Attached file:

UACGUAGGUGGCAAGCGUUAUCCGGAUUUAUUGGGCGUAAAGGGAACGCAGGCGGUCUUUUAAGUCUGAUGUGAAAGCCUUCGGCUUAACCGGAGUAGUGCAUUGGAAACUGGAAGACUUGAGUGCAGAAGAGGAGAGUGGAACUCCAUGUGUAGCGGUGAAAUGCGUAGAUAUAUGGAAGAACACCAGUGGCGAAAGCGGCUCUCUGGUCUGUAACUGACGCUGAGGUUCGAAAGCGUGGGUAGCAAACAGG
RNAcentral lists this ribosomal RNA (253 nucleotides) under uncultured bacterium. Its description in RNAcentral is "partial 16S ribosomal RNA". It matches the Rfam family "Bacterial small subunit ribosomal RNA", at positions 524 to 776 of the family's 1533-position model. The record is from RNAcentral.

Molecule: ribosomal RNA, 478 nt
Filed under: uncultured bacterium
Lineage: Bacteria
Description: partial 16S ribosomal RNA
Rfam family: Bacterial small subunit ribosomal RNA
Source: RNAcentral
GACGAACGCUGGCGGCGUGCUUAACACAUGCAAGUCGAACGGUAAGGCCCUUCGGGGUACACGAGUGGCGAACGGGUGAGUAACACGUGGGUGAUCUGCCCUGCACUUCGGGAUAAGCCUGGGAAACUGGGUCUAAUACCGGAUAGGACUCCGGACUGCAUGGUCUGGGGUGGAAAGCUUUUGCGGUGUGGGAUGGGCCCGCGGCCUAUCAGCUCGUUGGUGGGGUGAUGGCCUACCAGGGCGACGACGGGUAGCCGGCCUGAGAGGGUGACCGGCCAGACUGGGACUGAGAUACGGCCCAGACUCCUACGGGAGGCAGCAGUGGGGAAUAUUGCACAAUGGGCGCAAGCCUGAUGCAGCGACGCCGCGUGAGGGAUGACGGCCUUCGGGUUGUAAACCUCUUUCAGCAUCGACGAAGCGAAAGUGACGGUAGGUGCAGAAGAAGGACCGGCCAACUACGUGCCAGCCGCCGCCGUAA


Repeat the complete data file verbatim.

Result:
UACGUAGGUGGCAAGCGUUAUCCGGAUUUAUUGGGCGUAAAGGGAACGCAGGCGGUCUUUUAAGUCUGAUGUGAAAGCCUUCGGCUUAACCGGAGUAGUGCAUUGGAAACUGGAAGACUUGAGUGCAGAAGAGGAGAGUGGAACUCCAUGUGUAGCGGUGAAAUGCGUAGAUAUAUGGAAGAACACCAGUGGCGAAAGCGGCUCUCUGGUCUGUAACUGACGCUGAGGUUCGAAAGCGUGGGUAGCAAACAGG
RNAcentral lists this ribosomal RNA (253 nucleotides) under uncultured bacterium. Its description in RNAcentral is "partial 16S ribosomal RNA". It matches the Rfam family "Bacterial small subunit ribosomal RNA", at positions 524 to 776 of the family's 1533-position model. The record is from RNAcentral.

Molecule: ribosomal RNA, 478 nt
Filed under: uncultured bacterium
Lineage: Bacteria
Description: partial 16S ribosomal RNA
Rfam family: Bacterial small subunit ribosomal RNA
Source: RNAcentral
GACGAACGCUGGCGGCGUGCUUAACACAUGCAAGUCGAACGGUAAGGCCCUUCGGGGUACACGAGUGGCGAACGGGUGAGUAACACGUGGGUGAUCUGCCCUGCACUUCGGGAUAAGCCUGGGAAACUGGGUCUAAUACCGGAUAGGACUCCGGACUGCAUGGUCUGGGGUGGAAAGCUUUUGCGGUGUGGGAUGGGCCCGCGGCCUAUCAGCUCGUUGGUGGGGUGAUGGCCUACCAGGGCGACGACGGGUAGCCGGCCUGAGAGGGUGACCGGCCAGACUGGGACUGAGAUACGGCCCAGACUCCUACGGGAGGCAGCAGUGGGGAAUAUUGCACAAUGGGCGCAAGCCUGAUGCAGCGACGCCGCGUGAGGGAUGACGGCCUUCGGGUUGUAAACCUCUUUCAGCAUCGACGAAGCGAAAGUGACGGUAGGUGCAGAAGAAGGACCGGCCAACUACGUGCCAGCCGCCGCCGUAA